Consumer Health Digest #03-24

Your Weekly Update of News and Reviews
June 17, 2003


Consumer Health Digest is a free weekly e-mail newsletter edited by Stephen Barrett, M.D., and cosponsored by NCAHF and Quackwatch. It summarizes scientific reports; legislative developments; enforcement actions; news reports; Web site evaluations; recommended and nonrecommended books; and other information relevant to consumer protection and consumer decision-making.


Court stops coral calcium infomercials. A federal court in Chicago has issued temporary restraining orders to stop Kevin Trudeau and his company Shop America from claiming that coral calcium supplements can cure cancer, multiple sclerosis, and other serious diseases. Trudeau is also barred from access to the company's funds until a trial determines potential restitution. The improper claims have been widely disseminated through infomercials in which Trudeau hosted interviews with coral calcium's leading promoter, Robert Barefoot. The judge's order was based on a stipulation between the FTC, Trudeau and his company. The FTC and Barefoot appear to be headed for a parallel stipulated agreement with a court session scheduled for June 20th.

The temporary restraining order also applies to Biotape, another product that Trudeau promoted with an infomercial. The FTC is charging that the infomercial violates a 1998 FTC order prohibiting Trudeau from making unsubstantiated claims about the efficacy of any product. Biotape's developer, Darrell Stoddard, claims that pain is caused by blockage of "life force" ("chi") and that the tape is conductive mylar that "connects the broken circuits." Users are instructed place a strip of Biotape directly on the parts of their body where they feel pain. The FTC has not filed taken action against Stoddard, but there is good reason to believe it will do so.


Seasilver ordered to halt marketing. On June 13, The FTC filed a complaint and obtained a temporary restraining order prohibiting Seasilver USA, Inc., and Americaloe (which manufactures their liquid mineral product) from selling or distributing their product without substantial changes to their labeling and marketing materials. The order also appointed a Temporary Receiver to examine the business and review plans to deal with the FTC complaint. On June 16, government agents removed boxes of documents from the company's headquarters offices in Carlsbad, California. [Supplement maker reportedly under federal investigation: Agents carry off documents from Carlsbad company. NBCSan Diego.com, June 17, 2003] On June 17, the Receiver advised distributors:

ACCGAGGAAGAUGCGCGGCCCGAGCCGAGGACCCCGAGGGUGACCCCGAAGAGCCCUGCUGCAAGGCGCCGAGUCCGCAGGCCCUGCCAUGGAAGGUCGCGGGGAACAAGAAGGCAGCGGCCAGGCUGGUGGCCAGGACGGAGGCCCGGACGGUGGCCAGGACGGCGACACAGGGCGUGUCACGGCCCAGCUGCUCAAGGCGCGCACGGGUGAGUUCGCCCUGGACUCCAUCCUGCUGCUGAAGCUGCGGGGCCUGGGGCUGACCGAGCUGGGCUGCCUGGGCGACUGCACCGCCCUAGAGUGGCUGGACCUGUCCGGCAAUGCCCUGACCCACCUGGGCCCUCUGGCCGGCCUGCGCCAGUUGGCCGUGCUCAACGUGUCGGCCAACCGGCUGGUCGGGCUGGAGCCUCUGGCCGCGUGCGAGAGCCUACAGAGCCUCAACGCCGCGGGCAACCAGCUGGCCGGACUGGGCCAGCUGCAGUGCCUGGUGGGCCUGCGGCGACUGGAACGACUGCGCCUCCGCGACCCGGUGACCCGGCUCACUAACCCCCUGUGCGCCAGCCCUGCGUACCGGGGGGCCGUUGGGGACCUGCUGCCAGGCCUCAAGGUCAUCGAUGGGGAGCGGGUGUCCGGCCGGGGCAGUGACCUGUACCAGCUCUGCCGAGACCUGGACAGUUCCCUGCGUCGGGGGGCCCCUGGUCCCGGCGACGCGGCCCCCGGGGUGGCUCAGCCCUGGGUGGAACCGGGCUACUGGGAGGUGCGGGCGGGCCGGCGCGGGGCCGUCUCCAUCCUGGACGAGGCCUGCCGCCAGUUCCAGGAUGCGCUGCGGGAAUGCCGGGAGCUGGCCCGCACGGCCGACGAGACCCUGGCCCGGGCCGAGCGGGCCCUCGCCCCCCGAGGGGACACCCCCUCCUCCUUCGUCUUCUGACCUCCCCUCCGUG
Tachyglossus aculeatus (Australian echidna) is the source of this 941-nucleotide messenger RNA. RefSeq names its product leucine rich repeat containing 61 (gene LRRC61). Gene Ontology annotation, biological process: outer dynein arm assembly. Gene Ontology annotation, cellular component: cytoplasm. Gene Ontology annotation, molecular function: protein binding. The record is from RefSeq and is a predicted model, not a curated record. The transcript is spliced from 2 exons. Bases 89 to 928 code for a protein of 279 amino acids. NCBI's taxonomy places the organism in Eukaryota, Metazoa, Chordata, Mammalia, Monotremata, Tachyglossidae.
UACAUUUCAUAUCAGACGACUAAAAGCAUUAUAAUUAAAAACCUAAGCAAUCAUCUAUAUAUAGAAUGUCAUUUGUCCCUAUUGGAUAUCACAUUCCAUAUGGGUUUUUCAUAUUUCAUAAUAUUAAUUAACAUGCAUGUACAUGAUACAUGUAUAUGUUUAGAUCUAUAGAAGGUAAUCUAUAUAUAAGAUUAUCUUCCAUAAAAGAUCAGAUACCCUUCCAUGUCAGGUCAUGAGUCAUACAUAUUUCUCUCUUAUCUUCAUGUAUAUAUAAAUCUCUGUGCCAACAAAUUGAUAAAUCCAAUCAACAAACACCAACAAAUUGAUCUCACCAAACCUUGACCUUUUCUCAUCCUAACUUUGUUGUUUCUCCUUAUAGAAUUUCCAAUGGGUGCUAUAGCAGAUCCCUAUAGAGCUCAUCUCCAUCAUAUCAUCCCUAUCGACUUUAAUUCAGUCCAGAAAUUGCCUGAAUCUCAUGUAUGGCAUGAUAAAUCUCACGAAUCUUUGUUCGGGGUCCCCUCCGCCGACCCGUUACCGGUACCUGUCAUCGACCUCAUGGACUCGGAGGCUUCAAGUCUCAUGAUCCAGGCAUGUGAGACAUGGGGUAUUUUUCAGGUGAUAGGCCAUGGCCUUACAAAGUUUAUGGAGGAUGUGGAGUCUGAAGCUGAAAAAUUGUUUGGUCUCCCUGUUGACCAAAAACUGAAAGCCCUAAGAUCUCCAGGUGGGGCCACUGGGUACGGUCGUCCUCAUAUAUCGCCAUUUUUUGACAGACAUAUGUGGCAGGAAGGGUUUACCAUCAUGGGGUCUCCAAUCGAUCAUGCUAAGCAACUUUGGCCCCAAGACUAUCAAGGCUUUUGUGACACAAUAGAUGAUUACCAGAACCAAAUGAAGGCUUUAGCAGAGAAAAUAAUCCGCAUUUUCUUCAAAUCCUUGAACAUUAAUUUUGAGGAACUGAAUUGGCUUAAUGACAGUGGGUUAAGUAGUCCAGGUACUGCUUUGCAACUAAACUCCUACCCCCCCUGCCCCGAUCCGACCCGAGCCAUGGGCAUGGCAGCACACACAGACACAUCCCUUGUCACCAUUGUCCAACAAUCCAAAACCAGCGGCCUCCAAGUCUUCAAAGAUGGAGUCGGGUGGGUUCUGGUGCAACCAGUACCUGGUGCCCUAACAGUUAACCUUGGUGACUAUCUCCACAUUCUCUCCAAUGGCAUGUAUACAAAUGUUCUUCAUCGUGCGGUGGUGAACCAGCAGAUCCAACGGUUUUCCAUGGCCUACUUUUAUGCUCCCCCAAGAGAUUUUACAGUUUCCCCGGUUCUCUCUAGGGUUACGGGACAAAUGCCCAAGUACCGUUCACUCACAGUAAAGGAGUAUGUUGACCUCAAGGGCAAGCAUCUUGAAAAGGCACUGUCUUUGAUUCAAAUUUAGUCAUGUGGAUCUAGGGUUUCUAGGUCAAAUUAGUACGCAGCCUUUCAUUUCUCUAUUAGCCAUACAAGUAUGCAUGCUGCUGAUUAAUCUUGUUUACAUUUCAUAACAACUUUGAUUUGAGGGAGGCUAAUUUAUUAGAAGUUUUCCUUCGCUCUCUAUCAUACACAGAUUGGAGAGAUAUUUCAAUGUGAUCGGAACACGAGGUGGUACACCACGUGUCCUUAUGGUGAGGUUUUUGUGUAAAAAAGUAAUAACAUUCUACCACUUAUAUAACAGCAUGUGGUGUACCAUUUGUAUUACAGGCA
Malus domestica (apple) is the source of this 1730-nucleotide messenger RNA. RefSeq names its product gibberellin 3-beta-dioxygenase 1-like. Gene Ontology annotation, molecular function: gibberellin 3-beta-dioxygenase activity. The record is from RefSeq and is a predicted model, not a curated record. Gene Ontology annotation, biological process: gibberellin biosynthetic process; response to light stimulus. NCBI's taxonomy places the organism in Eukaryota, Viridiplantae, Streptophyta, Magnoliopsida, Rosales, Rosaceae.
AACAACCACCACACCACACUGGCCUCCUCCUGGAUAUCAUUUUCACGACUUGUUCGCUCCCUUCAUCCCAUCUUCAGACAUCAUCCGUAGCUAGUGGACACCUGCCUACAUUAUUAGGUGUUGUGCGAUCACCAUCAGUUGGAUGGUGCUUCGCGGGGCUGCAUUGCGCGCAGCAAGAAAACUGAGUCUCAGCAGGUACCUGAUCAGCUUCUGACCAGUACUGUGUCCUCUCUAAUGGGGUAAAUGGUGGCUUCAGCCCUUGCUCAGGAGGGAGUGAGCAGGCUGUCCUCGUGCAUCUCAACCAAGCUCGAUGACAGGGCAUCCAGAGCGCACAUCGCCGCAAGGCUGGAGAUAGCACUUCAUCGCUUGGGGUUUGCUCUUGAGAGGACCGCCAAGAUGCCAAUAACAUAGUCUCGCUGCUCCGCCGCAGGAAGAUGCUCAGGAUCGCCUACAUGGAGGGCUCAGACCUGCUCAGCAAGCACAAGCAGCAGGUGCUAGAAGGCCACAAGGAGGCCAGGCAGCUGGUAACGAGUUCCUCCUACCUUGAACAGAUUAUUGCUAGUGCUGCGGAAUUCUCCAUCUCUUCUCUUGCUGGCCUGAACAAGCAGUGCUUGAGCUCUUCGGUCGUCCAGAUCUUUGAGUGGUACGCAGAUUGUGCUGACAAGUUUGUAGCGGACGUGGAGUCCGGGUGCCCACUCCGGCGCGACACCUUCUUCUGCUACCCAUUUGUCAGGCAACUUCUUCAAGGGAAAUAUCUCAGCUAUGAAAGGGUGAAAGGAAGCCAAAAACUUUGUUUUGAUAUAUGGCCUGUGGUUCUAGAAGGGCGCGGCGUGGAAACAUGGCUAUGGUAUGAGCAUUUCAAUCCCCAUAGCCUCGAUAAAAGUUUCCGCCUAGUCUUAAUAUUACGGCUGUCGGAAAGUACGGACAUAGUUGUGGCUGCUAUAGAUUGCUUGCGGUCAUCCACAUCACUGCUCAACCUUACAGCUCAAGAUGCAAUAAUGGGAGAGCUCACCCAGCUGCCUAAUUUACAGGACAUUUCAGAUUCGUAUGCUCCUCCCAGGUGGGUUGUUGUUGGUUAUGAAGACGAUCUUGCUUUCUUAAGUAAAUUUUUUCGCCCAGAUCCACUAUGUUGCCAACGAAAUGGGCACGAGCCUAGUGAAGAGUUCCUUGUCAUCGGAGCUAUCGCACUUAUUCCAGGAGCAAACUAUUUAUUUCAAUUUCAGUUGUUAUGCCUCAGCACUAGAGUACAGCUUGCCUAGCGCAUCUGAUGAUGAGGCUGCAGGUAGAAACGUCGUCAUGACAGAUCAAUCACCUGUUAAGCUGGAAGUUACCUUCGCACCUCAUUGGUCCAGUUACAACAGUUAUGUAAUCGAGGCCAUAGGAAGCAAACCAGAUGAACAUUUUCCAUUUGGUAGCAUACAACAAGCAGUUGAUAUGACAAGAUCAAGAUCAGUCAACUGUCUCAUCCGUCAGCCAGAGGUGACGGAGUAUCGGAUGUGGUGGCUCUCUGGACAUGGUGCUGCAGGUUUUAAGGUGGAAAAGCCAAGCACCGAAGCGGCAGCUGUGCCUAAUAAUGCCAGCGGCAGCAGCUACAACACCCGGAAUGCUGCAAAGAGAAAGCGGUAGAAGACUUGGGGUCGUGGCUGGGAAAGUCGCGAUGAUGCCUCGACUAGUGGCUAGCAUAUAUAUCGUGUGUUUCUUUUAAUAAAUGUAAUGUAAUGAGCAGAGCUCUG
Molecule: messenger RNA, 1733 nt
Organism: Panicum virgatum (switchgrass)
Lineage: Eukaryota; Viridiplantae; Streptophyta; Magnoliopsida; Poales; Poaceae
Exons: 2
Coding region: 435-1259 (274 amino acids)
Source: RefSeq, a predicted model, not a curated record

Effective immediately, you must cease and desist from making any false or misleading statements or representations in connection with the marketing, distribution or sale of any Seasilver product, specifically including but not limited to representations that Seasilver cures or treats cancer, enables 9 of 10 diabetes patients to stop insulin, leads to weight loss without dieting, treats or cures typhoid or anthrax, is proven to be non-toxin, and/or provides any other health benefits without competent and reliable scientific evidence. [McNamara TW. Memo to all Seasilver associates, June 17, 2003]

The Receiver also sent a memo to "All Seasilver Business Associates Who Are Operating Websites to Promote and Sell Seasilver Products," stating that if they were operating an independent Web site not authorized by Seasilver they must take it down or risk termination as a distributor. [McNamara TW. Immediate termination of your websites. Memo, June 17, 2003] On the company Web site, the text of all pages with health claims has been replaced with the words "Under Construction."

Seasilver is said to contain colloidal silver and about 90 other ingredients derived from "whole food matrices." It has been vigorously marketed through multilevel marketing, infomercials, and thousands of Web sites. (It and coral calcium appear to be the Internet's hottest products, with well over 100,000 pages locatable with search engines.) The co-chairman of Seasilver USA's medical advisory board is Daniel G. Clark, M.D., whose Florida medical license was permanently revoked in 1983 for unprofessional practice. Quackwatch has a detailed report about Seasilver's history and marketing.